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Rural Women are deleting Songs from their Cell Phone
~ 2013-01-15

Anu Gurung, 16 years old from Thulogau, Rasuwa, excited and requested to delete all the collected popular folk songs and music videos from her micro SD card of cell phone. She wants enough space in her micro SD card for audio and video contents related to antenatal care information, provided by, a web application developed by Mother and Child Protection (MnCP) Program to support the pregnant women during their pregnancy period. “For the first time, we come to know that we can watch amazing videos about the growing up process of our baby in tiny mobile”, Anu said with smiled and shy face. Similar excitement exists with pregnant women from Lumle, Shika, Histan, Ramche, and Danda Gaun VDCs of Nepal. Internet Society (ISOC), an International not-for profit organization, has supported this initiative through the Next Generation Leadership (NGL) program under small community grant scheme.
Anu Gurung(16 year),Thulogau, Rasuwa
Since Nepal reduced the maternal mortality rate (MMR) from 415 deaths in 2,000 to 229 deaths in 2010 per 100,000 live births, Nepal has received an MDG Award for outstanding national leadership, commitment and progress toward achievement of Millennium Development Goal on “Improve Maternal Health”. Still challenges and disparities remain in remote mountain villages of Nepal. The recent research study conducted by Mother and Child Protection (MnCP) Program has found that less than 58.06% of pregnant women getting antenatal health care information from FM radios and television broadcast, 64.51% of pregnant women from FCHV and 41.93 % of pregnant women from family members. According to the research, some computer literate pregnant women uses social sites like facebook and Email internet but none of them are informed about antennal care information that persists in Internet and Mobile Technology.

Ganga Adhikari, 29 years old pregnant woman from Thumkodada, Tarakang-8 uttered,”I know that many antenatal care programs broadcasted in Radio and television but I could listen or watch them because for most of the time I should be busy with household works. After completion of my work I either like to watch Television Serials or feel sleepy”. The team leader of the program Mr. Rajendra Poudel said “Large numbers of women in rural Nepal turn on Radio and Television only for entertainment purpose rather than to access information to support their daily life. It is the main reason that we have seriously considered this issue as a challenge for developing motivational and enjoyable pregnancy related content for pregnant women”.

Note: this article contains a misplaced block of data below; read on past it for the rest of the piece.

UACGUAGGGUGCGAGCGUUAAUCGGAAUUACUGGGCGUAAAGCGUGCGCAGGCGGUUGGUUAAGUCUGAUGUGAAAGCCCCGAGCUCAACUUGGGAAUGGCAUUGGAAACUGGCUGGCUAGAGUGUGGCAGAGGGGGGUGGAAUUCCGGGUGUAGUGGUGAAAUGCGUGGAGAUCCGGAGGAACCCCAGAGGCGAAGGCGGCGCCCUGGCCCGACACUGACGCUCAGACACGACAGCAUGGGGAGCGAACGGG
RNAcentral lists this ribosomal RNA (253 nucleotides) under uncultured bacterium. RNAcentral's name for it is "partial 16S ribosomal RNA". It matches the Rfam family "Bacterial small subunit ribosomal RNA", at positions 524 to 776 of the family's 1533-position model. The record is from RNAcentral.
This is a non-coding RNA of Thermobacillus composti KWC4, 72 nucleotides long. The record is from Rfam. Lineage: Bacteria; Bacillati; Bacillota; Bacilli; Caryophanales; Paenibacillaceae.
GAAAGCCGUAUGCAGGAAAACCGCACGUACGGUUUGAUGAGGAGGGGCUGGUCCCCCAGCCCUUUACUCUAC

The main objective of MnCP program is to introduce localized ICT tools into the life of the rural illiterate women so that it will directly enhance the digital literacy rate and improve their communication skills and social behaviors. According to MIS report of Nepal Telecom Authority (NTA), Nepal has crossed 60.34% of mobile penetration rate. A survey conducted among 33 pregnant women from Shikha, Histan and Ramche VDCs of Myagdi district of Western Nepal shows that 100% of pregnant women possess a mobile set but none of them used it as tool to access information related with antenatal care information. The MnCP program downloaded 5 video and 17 audio materials related to antenatal care in each of the mobile set owned by the pregnant women. Maya Purja, from RamcheVDC-1, could not yet believe that her simple mobile set can store those amazing video and audio materials which could really support her. The MnCP program created audio and video materials that can be played in mobile devices. A Software Engineer at Mr. Amit Batajoo stated “We have not done bigger work but created content that are necessary for pregnant women. Most of rural women have started using mobile set to watch and listen the audio-visual matrials. And it has being popular among rural people!”.
System Architecture of